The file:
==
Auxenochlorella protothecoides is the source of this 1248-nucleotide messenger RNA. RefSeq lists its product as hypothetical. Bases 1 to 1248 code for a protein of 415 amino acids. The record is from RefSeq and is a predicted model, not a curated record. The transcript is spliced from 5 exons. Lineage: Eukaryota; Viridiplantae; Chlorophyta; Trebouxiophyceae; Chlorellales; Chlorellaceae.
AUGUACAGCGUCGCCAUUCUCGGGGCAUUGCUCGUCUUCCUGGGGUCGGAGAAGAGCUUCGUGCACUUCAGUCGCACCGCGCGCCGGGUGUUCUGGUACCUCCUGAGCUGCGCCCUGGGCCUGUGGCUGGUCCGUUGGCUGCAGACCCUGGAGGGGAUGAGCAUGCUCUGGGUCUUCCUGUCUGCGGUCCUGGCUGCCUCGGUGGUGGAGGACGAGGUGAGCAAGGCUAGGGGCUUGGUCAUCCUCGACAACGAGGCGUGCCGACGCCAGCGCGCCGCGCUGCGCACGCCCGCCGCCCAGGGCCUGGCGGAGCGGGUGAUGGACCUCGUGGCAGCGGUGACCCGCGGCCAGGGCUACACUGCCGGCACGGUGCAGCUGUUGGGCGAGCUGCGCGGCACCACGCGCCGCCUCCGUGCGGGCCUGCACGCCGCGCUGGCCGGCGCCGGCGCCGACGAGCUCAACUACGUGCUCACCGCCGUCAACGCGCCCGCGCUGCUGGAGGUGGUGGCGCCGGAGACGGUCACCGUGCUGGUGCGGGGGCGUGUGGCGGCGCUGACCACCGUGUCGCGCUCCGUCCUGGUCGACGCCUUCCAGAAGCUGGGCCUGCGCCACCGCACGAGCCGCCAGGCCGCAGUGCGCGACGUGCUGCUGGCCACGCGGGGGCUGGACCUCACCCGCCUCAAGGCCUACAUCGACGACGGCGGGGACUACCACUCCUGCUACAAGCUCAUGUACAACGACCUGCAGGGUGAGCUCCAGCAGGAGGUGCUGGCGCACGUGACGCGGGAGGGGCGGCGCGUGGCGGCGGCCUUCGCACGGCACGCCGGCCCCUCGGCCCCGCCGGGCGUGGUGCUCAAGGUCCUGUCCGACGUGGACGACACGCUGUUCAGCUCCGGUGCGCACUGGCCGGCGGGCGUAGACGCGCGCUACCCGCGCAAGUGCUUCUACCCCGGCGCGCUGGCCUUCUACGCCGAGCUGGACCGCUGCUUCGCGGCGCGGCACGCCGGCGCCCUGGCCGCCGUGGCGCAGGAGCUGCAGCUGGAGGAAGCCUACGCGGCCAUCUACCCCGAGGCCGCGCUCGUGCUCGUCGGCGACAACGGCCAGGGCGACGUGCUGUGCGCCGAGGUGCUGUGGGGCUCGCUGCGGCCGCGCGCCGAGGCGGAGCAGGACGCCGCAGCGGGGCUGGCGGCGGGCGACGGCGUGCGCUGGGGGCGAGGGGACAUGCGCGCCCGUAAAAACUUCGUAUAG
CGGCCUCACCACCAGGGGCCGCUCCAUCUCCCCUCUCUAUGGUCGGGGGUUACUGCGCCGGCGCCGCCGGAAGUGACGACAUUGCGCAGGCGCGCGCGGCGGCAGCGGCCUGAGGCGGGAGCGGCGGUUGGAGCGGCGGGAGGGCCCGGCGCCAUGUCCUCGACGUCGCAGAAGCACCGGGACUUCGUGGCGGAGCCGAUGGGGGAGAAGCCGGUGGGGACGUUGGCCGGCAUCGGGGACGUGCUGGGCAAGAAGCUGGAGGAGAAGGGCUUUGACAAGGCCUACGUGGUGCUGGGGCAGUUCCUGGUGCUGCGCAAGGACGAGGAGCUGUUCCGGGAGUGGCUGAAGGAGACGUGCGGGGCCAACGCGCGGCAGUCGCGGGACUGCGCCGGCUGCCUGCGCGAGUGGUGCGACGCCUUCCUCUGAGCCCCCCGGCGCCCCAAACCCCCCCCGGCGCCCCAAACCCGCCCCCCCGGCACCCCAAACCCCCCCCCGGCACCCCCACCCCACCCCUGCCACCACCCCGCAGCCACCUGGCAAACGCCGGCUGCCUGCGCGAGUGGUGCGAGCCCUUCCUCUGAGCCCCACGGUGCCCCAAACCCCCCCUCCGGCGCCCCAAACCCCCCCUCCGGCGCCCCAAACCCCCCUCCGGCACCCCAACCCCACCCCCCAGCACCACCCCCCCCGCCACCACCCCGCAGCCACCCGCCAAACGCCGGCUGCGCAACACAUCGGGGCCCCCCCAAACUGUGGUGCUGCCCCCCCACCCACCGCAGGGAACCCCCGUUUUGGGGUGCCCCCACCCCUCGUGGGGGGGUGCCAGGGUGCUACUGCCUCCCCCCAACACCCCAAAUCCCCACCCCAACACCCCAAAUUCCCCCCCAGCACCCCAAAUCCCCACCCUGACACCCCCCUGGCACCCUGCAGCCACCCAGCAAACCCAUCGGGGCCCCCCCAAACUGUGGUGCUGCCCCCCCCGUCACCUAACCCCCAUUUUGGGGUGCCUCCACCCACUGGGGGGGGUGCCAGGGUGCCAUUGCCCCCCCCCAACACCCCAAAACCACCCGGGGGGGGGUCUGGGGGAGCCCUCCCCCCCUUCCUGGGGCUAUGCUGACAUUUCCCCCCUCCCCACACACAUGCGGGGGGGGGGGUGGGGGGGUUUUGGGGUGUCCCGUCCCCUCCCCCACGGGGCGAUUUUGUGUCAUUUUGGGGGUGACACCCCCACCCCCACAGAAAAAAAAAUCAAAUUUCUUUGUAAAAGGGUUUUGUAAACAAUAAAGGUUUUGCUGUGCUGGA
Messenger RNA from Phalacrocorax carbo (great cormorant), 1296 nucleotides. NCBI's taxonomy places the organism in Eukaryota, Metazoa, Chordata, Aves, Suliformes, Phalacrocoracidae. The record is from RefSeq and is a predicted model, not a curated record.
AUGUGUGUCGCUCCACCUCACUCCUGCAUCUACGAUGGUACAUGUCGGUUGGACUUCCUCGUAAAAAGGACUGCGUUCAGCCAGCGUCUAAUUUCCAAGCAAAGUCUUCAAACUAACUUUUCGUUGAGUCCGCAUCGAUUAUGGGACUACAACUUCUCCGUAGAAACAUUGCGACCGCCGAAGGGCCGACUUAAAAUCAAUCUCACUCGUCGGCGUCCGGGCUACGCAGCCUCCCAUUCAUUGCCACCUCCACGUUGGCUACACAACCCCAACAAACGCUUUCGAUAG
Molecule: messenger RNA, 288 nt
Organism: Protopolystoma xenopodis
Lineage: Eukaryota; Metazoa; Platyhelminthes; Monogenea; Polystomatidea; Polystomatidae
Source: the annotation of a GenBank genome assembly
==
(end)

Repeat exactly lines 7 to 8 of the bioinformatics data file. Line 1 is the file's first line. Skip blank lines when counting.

Organism: Protopolystoma xenopodis
Lineage: Eukaryota; Metazoa; Platyhelminthes; Monogenea; Polystomatidea; Polystomatidae